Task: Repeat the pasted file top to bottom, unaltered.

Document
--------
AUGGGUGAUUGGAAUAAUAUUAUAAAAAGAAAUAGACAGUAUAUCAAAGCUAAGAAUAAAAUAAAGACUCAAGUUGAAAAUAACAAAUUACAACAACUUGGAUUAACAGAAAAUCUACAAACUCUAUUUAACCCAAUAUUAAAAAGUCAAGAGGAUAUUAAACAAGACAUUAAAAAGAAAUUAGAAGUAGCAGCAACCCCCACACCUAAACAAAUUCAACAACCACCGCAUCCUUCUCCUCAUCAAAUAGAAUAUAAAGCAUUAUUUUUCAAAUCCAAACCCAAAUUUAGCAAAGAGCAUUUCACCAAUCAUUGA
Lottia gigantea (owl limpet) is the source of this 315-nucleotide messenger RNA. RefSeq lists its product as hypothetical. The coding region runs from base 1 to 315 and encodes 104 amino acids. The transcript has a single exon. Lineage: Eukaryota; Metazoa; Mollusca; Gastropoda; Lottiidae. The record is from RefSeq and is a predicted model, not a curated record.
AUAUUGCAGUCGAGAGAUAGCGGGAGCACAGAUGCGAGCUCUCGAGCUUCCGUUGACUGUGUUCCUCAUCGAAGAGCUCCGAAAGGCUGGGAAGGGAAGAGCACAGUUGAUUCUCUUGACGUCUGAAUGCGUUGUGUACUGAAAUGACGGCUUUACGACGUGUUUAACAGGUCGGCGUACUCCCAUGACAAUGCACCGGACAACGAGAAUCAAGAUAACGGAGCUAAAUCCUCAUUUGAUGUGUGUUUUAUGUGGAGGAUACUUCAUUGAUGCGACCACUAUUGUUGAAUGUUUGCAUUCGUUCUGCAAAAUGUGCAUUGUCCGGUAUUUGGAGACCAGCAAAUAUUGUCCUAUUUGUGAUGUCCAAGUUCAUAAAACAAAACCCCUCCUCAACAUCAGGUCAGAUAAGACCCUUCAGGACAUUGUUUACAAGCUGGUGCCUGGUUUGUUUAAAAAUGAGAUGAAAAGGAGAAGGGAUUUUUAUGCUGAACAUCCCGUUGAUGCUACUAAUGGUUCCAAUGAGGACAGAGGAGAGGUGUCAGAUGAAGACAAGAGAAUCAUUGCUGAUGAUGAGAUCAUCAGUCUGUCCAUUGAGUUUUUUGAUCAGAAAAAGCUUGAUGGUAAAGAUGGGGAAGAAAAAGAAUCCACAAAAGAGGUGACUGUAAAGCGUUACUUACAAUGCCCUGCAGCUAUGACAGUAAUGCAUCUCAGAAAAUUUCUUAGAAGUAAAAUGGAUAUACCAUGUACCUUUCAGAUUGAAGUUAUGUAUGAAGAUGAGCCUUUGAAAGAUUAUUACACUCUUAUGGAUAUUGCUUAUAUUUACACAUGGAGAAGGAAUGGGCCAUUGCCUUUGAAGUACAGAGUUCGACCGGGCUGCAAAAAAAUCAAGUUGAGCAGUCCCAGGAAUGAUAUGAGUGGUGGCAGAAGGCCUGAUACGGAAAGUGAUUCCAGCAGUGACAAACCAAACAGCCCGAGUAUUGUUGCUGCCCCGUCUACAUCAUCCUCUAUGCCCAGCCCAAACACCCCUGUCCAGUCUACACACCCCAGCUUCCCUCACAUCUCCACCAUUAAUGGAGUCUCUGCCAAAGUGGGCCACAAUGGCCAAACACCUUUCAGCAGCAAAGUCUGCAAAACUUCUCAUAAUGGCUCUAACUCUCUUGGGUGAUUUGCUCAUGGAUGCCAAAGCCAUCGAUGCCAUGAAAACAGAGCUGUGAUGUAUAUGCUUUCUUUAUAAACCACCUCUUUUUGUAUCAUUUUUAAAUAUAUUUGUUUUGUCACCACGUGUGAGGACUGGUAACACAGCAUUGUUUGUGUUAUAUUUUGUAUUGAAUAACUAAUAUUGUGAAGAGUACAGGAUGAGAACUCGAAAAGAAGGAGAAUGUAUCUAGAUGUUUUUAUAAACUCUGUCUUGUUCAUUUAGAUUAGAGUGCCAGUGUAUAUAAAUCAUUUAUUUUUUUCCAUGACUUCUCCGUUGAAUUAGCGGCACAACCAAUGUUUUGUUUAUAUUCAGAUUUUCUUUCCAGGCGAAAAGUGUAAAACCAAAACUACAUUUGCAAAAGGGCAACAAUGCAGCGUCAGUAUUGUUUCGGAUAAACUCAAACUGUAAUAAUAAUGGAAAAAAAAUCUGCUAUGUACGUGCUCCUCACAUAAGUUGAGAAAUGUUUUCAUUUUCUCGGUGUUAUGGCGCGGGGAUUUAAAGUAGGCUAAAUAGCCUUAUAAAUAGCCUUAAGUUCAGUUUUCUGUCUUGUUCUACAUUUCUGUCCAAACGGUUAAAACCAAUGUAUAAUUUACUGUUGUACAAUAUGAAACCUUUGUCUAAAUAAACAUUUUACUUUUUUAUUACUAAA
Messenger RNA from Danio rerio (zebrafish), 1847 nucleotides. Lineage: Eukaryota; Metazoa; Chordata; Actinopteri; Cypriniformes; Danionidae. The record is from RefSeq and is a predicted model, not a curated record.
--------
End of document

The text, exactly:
AUGGGUGAUUGGAAUAAUAUUAUAAAAAGAAAUAGACAGUAUAUCAAAGCUAAGAAUAAAAUAAAGACUCAAGUUGAAAAUAACAAAUUACAACAACUUGGAUUAACAGAAAAUCUACAAACUCUAUUUAACCCAAUAUUAAAAAGUCAAGAGGAUAUUAAACAAGACAUUAAAAAGAAAUUAGAAGUAGCAGCAACCCCCACACCUAAACAAAUUCAACAACCACCGCAUCCUUCUCCUCAUCAAAUAGAAUAUAAAGCAUUAUUUUUCAAAUCCAAACCCAAAUUUAGCAAAGAGCAUUUCACCAAUCAUUGA
Lottia gigantea (owl limpet) is the source of this 315-nucleotide messenger RNA. RefSeq lists its product as hypothetical. The coding region runs from base 1 to 315 and encodes 104 amino acids. The transcript has a single exon. Lineage: Eukaryota; Metazoa; Mollusca; Gastropoda; Lottiidae. The record is from RefSeq and is a predicted model, not a curated record.
AUAUUGCAGUCGAGAGAUAGCGGGAGCACAGAUGCGAGCUCUCGAGCUUCCGUUGACUGUGUUCCUCAUCGAAGAGCUCCGAAAGGCUGGGAAGGGAAGAGCACAGUUGAUUCUCUUGACGUCUGAAUGCGUUGUGUACUGAAAUGACGGCUUUACGACGUGUUUAACAGGUCGGCGUACUCCCAUGACAAUGCACCGGACAACGAGAAUCAAGAUAACGGAGCUAAAUCCUCAUUUGAUGUGUGUUUUAUGUGGAGGAUACUUCAUUGAUGCGACCACUAUUGUUGAAUGUUUGCAUUCGUUCUGCAAAAUGUGCAUUGUCCGGUAUUUGGAGACCAGCAAAUAUUGUCCUAUUUGUGAUGUCCAAGUUCAUAAAACAAAACCCCUCCUCAACAUCAGGUCAGAUAAGACCCUUCAGGACAUUGUUUACAAGCUGGUGCCUGGUUUGUUUAAAAAUGAGAUGAAAAGGAGAAGGGAUUUUUAUGCUGAACAUCCCGUUGAUGCUACUAAUGGUUCCAAUGAGGACAGAGGAGAGGUGUCAGAUGAAGACAAGAGAAUCAUUGCUGAUGAUGAGAUCAUCAGUCUGUCCAUUGAGUUUUUUGAUCAGAAAAAGCUUGAUGGUAAAGAUGGGGAAGAAAAAGAAUCCACAAAAGAGGUGACUGUAAAGCGUUACUUACAAUGCCCUGCAGCUAUGACAGUAAUGCAUCUCAGAAAAUUUCUUAGAAGUAAAAUGGAUAUACCAUGUACCUUUCAGAUUGAAGUUAUGUAUGAAGAUGAGCCUUUGAAAGAUUAUUACACUCUUAUGGAUAUUGCUUAUAUUUACACAUGGAGAAGGAAUGGGCCAUUGCCUUUGAAGUACAGAGUUCGACCGGGCUGCAAAAAAAUCAAGUUGAGCAGUCCCAGGAAUGAUAUGAGUGGUGGCAGAAGGCCUGAUACGGAAAGUGAUUCCAGCAGUGACAAACCAAACAGCCCGAGUAUUGUUGCUGCCCCGUCUACAUCAUCCUCUAUGCCCAGCCCAAACACCCCUGUCCAGUCUACACACCCCAGCUUCCCUCACAUCUCCACCAUUAAUGGAGUCUCUGCCAAAGUGGGCCACAAUGGCCAAACACCUUUCAGCAGCAAAGUCUGCAAAACUUCUCAUAAUGGCUCUAACUCUCUUGGGUGAUUUGCUCAUGGAUGCCAAAGCCAUCGAUGCCAUGAAAACAGAGCUGUGAUGUAUAUGCUUUCUUUAUAAACCACCUCUUUUUGUAUCAUUUUUAAAUAUAUUUGUUUUGUCACCACGUGUGAGGACUGGUAACACAGCAUUGUUUGUGUUAUAUUUUGUAUUGAAUAACUAAUAUUGUGAAGAGUACAGGAUGAGAACUCGAAAAGAAGGAGAAUGUAUCUAGAUGUUUUUAUAAACUCUGUCUUGUUCAUUUAGAUUAGAGUGCCAGUGUAUAUAAAUCAUUUAUUUUUUUCCAUGACUUCUCCGUUGAAUUAGCGGCACAACCAAUGUUUUGUUUAUAUUCAGAUUUUCUUUCCAGGCGAAAAGUGUAAAACCAAAACUACAUUUGCAAAAGGGCAACAAUGCAGCGUCAGUAUUGUUUCGGAUAAACUCAAACUGUAAUAAUAAUGGAAAAAAAAUCUGCUAUGUACGUGCUCCUCACAUAAGUUGAGAAAUGUUUUCAUUUUCUCGGUGUUAUGGCGCGGGGAUUUAAAGUAGGCUAAAUAGCCUUAUAAAUAGCCUUAAGUUCAGUUUUCUGUCUUGUUCUACAUUUCUGUCCAAACGGUUAAAACCAAUGUAUAAUUUACUGUUGUACAAUAUGAAACCUUUGUCUAAAUAAACAUUUUACUUUUUUAUUACUAAA
Messenger RNA from Danio rerio (zebrafish), 1847 nucleotides. Lineage: Eukaryota; Metazoa; Chordata; Actinopteri; Cypriniformes; Danionidae. The record is from RefSeq and is a predicted model, not a curated record.